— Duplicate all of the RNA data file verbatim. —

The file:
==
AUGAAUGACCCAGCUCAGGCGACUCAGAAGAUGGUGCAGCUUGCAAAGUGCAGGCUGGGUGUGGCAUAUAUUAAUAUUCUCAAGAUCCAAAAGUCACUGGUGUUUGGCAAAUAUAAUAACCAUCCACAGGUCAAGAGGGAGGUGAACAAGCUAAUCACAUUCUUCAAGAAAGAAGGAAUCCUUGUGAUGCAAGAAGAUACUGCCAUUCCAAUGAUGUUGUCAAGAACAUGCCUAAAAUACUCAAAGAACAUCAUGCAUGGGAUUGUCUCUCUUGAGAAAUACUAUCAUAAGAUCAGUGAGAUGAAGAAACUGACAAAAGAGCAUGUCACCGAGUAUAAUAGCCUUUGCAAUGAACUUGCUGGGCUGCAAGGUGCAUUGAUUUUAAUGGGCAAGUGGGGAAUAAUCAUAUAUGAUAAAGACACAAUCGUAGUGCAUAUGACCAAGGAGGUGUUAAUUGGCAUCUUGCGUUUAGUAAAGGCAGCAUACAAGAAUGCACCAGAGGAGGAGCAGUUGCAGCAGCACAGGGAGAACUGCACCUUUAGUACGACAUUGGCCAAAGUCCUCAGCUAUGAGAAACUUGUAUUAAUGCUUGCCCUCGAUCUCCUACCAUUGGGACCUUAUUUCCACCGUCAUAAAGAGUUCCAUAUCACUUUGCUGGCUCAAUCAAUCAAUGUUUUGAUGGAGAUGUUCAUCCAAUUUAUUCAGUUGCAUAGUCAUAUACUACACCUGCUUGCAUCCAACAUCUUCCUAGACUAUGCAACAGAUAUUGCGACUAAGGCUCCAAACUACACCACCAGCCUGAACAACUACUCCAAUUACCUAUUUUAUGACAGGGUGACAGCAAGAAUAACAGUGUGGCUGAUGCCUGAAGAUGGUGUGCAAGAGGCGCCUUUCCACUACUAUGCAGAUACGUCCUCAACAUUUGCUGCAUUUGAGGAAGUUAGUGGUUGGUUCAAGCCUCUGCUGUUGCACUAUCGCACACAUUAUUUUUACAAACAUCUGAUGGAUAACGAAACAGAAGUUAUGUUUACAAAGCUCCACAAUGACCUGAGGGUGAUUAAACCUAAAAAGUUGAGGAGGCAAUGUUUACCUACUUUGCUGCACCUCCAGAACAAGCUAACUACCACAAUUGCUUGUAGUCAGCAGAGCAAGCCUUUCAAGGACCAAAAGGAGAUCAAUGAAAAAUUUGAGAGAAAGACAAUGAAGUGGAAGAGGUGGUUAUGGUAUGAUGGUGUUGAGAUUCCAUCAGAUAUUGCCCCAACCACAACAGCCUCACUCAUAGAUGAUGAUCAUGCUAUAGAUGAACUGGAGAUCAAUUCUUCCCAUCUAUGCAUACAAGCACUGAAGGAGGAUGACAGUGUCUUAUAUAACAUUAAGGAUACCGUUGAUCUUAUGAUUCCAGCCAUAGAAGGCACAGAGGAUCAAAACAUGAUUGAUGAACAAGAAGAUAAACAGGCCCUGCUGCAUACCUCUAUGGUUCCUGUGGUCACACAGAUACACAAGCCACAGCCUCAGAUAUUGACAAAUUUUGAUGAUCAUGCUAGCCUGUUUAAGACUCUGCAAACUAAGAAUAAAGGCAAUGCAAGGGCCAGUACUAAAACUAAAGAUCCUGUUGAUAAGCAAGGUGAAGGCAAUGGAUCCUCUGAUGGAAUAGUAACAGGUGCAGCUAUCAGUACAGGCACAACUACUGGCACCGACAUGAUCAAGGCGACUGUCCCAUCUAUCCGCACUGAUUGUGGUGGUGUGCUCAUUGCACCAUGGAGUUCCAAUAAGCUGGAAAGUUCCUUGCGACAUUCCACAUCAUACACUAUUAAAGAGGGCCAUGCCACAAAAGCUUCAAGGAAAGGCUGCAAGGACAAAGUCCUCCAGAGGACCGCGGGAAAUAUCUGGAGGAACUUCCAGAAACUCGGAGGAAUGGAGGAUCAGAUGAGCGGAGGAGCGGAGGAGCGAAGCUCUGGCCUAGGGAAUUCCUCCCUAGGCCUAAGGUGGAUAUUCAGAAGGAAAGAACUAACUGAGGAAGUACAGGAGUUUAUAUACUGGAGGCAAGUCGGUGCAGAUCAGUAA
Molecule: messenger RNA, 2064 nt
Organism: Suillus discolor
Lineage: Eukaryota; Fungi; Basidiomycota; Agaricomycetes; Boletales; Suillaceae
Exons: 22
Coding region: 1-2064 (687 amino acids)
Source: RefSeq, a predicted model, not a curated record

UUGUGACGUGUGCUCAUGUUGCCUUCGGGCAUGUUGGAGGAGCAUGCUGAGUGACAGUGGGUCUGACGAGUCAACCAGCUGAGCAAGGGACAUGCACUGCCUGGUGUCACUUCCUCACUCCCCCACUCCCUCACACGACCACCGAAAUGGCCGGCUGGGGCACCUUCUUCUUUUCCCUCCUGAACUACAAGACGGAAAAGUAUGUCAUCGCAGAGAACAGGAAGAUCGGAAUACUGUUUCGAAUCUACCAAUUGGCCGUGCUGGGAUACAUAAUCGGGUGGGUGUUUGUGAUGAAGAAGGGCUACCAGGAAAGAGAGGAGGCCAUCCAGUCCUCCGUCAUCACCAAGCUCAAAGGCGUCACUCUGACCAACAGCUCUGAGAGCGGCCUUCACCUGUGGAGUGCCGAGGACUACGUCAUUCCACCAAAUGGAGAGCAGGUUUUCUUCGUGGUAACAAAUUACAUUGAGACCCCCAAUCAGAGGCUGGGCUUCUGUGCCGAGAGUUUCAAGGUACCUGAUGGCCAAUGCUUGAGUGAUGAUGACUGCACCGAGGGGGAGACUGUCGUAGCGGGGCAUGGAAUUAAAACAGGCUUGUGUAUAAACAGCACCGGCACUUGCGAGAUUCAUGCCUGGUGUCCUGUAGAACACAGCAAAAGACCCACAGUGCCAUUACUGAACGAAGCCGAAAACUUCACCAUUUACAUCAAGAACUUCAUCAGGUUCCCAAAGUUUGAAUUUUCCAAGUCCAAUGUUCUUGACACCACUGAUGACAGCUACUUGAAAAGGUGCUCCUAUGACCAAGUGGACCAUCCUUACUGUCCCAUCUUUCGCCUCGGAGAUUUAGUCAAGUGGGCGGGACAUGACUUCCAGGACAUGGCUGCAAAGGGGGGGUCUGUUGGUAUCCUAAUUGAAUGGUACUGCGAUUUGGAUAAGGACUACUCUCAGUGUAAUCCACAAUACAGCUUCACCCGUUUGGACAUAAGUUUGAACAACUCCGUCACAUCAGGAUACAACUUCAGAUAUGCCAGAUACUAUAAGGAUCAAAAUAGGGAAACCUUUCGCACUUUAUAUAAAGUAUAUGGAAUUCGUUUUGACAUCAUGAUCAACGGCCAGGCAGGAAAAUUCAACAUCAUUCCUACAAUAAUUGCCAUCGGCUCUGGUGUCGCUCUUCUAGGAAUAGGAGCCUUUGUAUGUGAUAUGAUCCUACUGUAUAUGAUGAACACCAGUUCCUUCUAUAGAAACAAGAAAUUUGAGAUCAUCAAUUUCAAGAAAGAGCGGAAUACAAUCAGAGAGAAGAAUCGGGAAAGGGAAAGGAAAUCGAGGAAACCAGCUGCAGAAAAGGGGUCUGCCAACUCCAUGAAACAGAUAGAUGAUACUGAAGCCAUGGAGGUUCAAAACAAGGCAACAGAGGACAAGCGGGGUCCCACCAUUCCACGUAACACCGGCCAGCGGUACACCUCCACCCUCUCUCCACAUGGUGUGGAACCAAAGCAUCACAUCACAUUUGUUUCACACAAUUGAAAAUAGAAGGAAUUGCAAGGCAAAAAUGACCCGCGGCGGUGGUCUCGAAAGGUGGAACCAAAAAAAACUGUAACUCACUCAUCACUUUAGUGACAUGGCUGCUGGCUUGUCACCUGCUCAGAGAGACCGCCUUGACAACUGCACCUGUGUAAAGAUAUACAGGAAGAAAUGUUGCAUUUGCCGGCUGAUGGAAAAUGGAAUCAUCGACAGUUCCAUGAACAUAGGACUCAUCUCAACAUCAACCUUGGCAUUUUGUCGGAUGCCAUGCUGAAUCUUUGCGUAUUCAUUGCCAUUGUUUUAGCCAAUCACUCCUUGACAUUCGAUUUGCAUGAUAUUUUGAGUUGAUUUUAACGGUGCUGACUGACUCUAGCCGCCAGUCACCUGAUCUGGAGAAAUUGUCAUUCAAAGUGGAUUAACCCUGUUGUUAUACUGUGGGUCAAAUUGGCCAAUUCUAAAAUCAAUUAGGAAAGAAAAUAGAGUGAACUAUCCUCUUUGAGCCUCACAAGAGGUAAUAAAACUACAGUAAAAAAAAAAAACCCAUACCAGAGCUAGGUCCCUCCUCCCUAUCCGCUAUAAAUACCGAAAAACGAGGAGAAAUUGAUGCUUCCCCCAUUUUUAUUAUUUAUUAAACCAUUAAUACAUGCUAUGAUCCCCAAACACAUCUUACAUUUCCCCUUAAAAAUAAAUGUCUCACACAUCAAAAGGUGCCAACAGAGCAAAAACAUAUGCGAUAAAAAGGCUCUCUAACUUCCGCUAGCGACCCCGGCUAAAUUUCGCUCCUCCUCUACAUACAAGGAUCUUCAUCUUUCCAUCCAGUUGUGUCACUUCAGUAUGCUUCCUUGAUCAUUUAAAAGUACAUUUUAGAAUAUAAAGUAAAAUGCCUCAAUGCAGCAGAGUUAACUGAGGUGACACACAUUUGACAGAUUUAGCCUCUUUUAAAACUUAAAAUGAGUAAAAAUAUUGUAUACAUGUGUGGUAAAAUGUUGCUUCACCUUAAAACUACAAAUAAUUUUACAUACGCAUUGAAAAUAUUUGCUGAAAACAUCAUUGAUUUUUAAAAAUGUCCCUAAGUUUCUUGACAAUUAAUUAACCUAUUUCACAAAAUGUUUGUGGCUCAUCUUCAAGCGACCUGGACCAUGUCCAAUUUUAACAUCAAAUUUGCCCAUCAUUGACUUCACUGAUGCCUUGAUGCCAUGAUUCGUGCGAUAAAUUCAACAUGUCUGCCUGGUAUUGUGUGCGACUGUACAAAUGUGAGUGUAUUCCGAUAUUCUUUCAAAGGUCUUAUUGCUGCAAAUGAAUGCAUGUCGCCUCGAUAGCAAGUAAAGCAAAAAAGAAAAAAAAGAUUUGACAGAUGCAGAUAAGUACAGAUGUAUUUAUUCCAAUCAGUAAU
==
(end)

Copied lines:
AUGAAUGACCCAGCUCAGGCGACUCAGAAGAUGGUGCAGCUUGCAAAGUGCAGGCUGGGUGUGGCAUAUAUUAAUAUUCUCAAGAUCCAAAAGUCACUGGUGUUUGGCAAAUAUAAUAACCAUCCACAGGUCAAGAGGGAGGUGAACAAGCUAAUCACAUUCUUCAAGAAAGAAGGAAUCCUUGUGAUGCAAGAAGAUACUGCCAUUCCAAUGAUGUUGUCAAGAACAUGCCUAAAAUACUCAAAGAACAUCAUGCAUGGGAUUGUCUCUCUUGAGAAAUACUAUCAUAAGAUCAGUGAGAUGAAGAAACUGACAAAAGAGCAUGUCACCGAGUAUAAUAGCCUUUGCAAUGAACUUGCUGGGCUGCAAGGUGCAUUGAUUUUAAUGGGCAAGUGGGGAAUAAUCAUAUAUGAUAAAGACACAAUCGUAGUGCAUAUGACCAAGGAGGUGUUAAUUGGCAUCUUGCGUUUAGUAAAGGCAGCAUACAAGAAUGCACCAGAGGAGGAGCAGUUGCAGCAGCACAGGGAGAACUGCACCUUUAGUACGACAUUGGCCAAAGUCCUCAGCUAUGAGAAACUUGUAUUAAUGCUUGCCCUCGAUCUCCUACCAUUGGGACCUUAUUUCCACCGUCAUAAAGAGUUCCAUAUCACUUUGCUGGCUCAAUCAAUCAAUGUUUUGAUGGAGAUGUUCAUCCAAUUUAUUCAGUUGCAUAGUCAUAUACUACACCUGCUUGCAUCCAACAUCUUCCUAGACUAUGCAACAGAUAUUGCGACUAAGGCUCCAAACUACACCACCAGCCUGAACAACUACUCCAAUUACCUAUUUUAUGACAGGGUGACAGCAAGAAUAACAGUGUGGCUGAUGCCUGAAGAUGGUGUGCAAGAGGCGCCUUUCCACUACUAUGCAGAUACGUCCUCAACAUUUGCUGCAUUUGAGGAAGUUAGUGGUUGGUUCAAGCCUCUGCUGUUGCACUAUCGCACACAUUAUUUUUACAAACAUCUGAUGGAUAACGAAACAGAAGUUAUGUUUACAAAGCUCCACAAUGACCUGAGGGUGAUUAAACCUAAAAAGUUGAGGAGGCAAUGUUUACCUACUUUGCUGCACCUCCAGAACAAGCUAACUACCACAAUUGCUUGUAGUCAGCAGAGCAAGCCUUUCAAGGACCAAAAGGAGAUCAAUGAAAAAUUUGAGAGAAAGACAAUGAAGUGGAAGAGGUGGUUAUGGUAUGAUGGUGUUGAGAUUCCAUCAGAUAUUGCCCCAACCACAACAGCCUCACUCAUAGAUGAUGAUCAUGCUAUAGAUGAACUGGAGAUCAAUUCUUCCCAUCUAUGCAUACAAGCACUGAAGGAGGAUGACAGUGUCUUAUAUAACAUUAAGGAUACCGUUGAUCUUAUGAUUCCAGCCAUAGAAGGCACAGAGGAUCAAAACAUGAUUGAUGAACAAGAAGAUAAACAGGCCCUGCUGCAUACCUCUAUGGUUCCUGUGGUCACACAGAUACACAAGCCACAGCCUCAGAUAUUGACAAAUUUUGAUGAUCAUGCUAGCCUGUUUAAGACUCUGCAAACUAAGAAUAAAGGCAAUGCAAGGGCCAGUACUAAAACUAAAGAUCCUGUUGAUAAGCAAGGUGAAGGCAAUGGAUCCUCUGAUGGAAUAGUAACAGGUGCAGCUAUCAGUACAGGCACAACUACUGGCACCGACAUGAUCAAGGCGACUGUCCCAUCUAUCCGCACUGAUUGUGGUGGUGUGCUCAUUGCACCAUGGAGUUCCAAUAAGCUGGAAAGUUCCUUGCGACAUUCCACAUCAUACACUAUUAAAGAGGGCCAUGCCACAAAAGCUUCAAGGAAAGGCUGCAAGGACAAAGUCCUCCAGAGGACCGCGGGAAAUAUCUGGAGGAACUUCCAGAAACUCGGAGGAAUGGAGGAUCAGAUGAGCGGAGGAGCGGAGGAGCGAAGCUCUGGCCUAGGGAAUUCCUCCCUAGGCCUAAGGUGGAUAUUCAGAAGGAAAGAACUAACUGAGGAAGUACAGGAGUUUAUAUACUGGAGGCAAGUCGGUGCAGAUCAGUAA
Molecule: messenger RNA, 2064 nt
Organism: Suillus discolor
Lineage: Eukaryota; Fungi; Basidiomycota; Agaricomycetes; Boletales; Suillaceae
Exons: 22
Coding region: 1-2064 (687 amino acids)
Source: RefSeq, a predicted model, not a curated record

UUGUGACGUGUGCUCAUGUUGCCUUCGGGCAUGUUGGAGGAGCAUGCUGAGUGACAGUGGGUCUGACGAGUCAACCAGCUGAGCAAGGGACAUGCACUGCCUGGUGUCACUUCCUCACUCCCCCACUCCCUCACACGACCACCGAAAUGGCCGGCUGGGGCACCUUCUUCUUUUCCCUCCUGAACUACAAGACGGAAAAGUAUGUCAUCGCAGAGAACAGGAAGAUCGGAAUACUGUUUCGAAUCUACCAAUUGGCCGUGCUGGGAUACAUAAUCGGGUGGGUGUUUGUGAUGAAGAAGGGCUACCAGGAAAGAGAGGAGGCCAUCCAGUCCUCCGUCAUCACCAAGCUCAAAGGCGUCACUCUGACCAACAGCUCUGAGAGCGGCCUUCACCUGUGGAGUGCCGAGGACUACGUCAUUCCACCAAAUGGAGAGCAGGUUUUCUUCGUGGUAACAAAUUACAUUGAGACCCCCAAUCAGAGGCUGGGCUUCUGUGCCGAGAGUUUCAAGGUACCUGAUGGCCAAUGCUUGAGUGAUGAUGACUGCACCGAGGGGGAGACUGUCGUAGCGGGGCAUGGAAUUAAAACAGGCUUGUGUAUAAACAGCACCGGCACUUGCGAGAUUCAUGCCUGGUGUCCUGUAGAACACAGCAAAAGACCCACAGUGCCAUUACUGAACGAAGCCGAAAACUUCACCAUUUACAUCAAGAACUUCAUCAGGUUCCCAAAGUUUGAAUUUUCCAAGUCCAAUGUUCUUGACACCACUGAUGACAGCUACUUGAAAAGGUGCUCCUAUGACCAAGUGGACCAUCCUUACUGUCCCAUCUUUCGCCUCGGAGAUUUAGUCAAGUGGGCGGGACAUGACUUCCAGGACAUGGCUGCAAAGGGGGGGUCUGUUGGUAUCCUAAUUGAAUGGUACUGCGAUUUGGAUAAGGACUACUCUCAGUGUAAUCCACAAUACAGCUUCACCCGUUUGGACAUAAGUUUGAACAACUCCGUCACAUCAGGAUACAACUUCAGAUAUGCCAGAUACUAUAAGGAUCAAAAUAGGGAAACCUUUCGCACUUUAUAUAAAGUAUAUGGAAUUCGUUUUGACAUCAUGAUCAACGGCCAGGCAGGAAAAUUCAACAUCAUUCCUACAAUAAUUGCCAUCGGCUCUGGUGUCGCUCUUCUAGGAAUAGGAGCCUUUGUAUGUGAUAUGAUCCUACUGUAUAUGAUGAACACCAGUUCCUUCUAUAGAAACAAGAAAUUUGAGAUCAUCAAUUUCAAGAAAGAGCGGAAUACAAUCAGAGAGAAGAAUCGGGAAAGGGAAAGGAAAUCGAGGAAACCAGCUGCAGAAAAGGGGUCUGCCAACUCCAUGAAACAGAUAGAUGAUACUGAAGCCAUGGAGGUUCAAAACAAGGCAACAGAGGACAAGCGGGGUCCCACCAUUCCACGUAACACCGGCCAGCGGUACACCUCCACCCUCUCUCCACAUGGUGUGGAACCAAAGCAUCACAUCACAUUUGUUUCACACAAUUGAAAAUAGAAGGAAUUGCAAGGCAAAAAUGACCCGCGGCGGUGGUCUCGAAAGGUGGAACCAAAAAAAACUGUAACUCACUCAUCACUUUAGUGACAUGGCUGCUGGCUUGUCACCUGCUCAGAGAGACCGCCUUGACAACUGCACCUGUGUAAAGAUAUACAGGAAGAAAUGUUGCAUUUGCCGGCUGAUGGAAAAUGGAAUCAUCGACAGUUCCAUGAACAUAGGACUCAUCUCAACAUCAACCUUGGCAUUUUGUCGGAUGCCAUGCUGAAUCUUUGCGUAUUCAUUGCCAUUGUUUUAGCCAAUCACUCCUUGACAUUCGAUUUGCAUGAUAUUUUGAGUUGAUUUUAACGGUGCUGACUGACUCUAGCCGCCAGUCACCUGAUCUGGAGAAAUUGUCAUUCAAAGUGGAUUAACCCUGUUGUUAUACUGUGGGUCAAAUUGGCCAAUUCUAAAAUCAAUUAGGAAAGAAAAUAGAGUGAACUAUCCUCUUUGAGCCUCACAAGAGGUAAUAAAACUACAGUAAAAAAAAAAAACCCAUACCAGAGCUAGGUCCCUCCUCCCUAUCCGCUAUAAAUACCGAAAAACGAGGAGAAAUUGAUGCUUCCCCCAUUUUUAUUAUUUAUUAAACCAUUAAUACAUGCUAUGAUCCCCAAACACAUCUUACAUUUCCCCUUAAAAAUAAAUGUCUCACACAUCAAAAGGUGCCAACAGAGCAAAAACAUAUGCGAUAAAAAGGCUCUCUAACUUCCGCUAGCGACCCCGGCUAAAUUUCGCUCCUCCUCUACAUACAAGGAUCUUCAUCUUUCCAUCCAGUUGUGUCACUUCAGUAUGCUUCCUUGAUCAUUUAAAAGUACAUUUUAGAAUAUAAAGUAAAAUGCCUCAAUGCAGCAGAGUUAACUGAGGUGACACACAUUUGACAGAUUUAGCCUCUUUUAAAACUUAAAAUGAGUAAAAAUAUUGUAUACAUGUGUGGUAAAAUGUUGCUUCACCUUAAAACUACAAAUAAUUUUACAUACGCAUUGAAAAUAUUUGCUGAAAACAUCAUUGAUUUUUAAAAAUGUCCCUAAGUUUCUUGACAAUUAAUUAACCUAUUUCACAAAAUGUUUGUGGCUCAUCUUCAAGCGACCUGGACCAUGUCCAAUUUUAACAUCAAAUUUGCCCAUCAUUGACUUCACUGAUGCCUUGAUGCCAUGAUUCGUGCGAUAAAUUCAACAUGUCUGCCUGGUAUUGUGUGCGACUGUACAAAUGUGAGUGUAUUCCGAUAUUCUUUCAAAGGUCUUAUUGCUGCAAAUGAAUGCAUGUCGCCUCGAUAGCAAGUAAAGCAAAAAAGAAAAAAAAGAUUUGACAGAUGCAGAUAAGUACAGAUGUAUUUAUUCCAAUCAGUAAU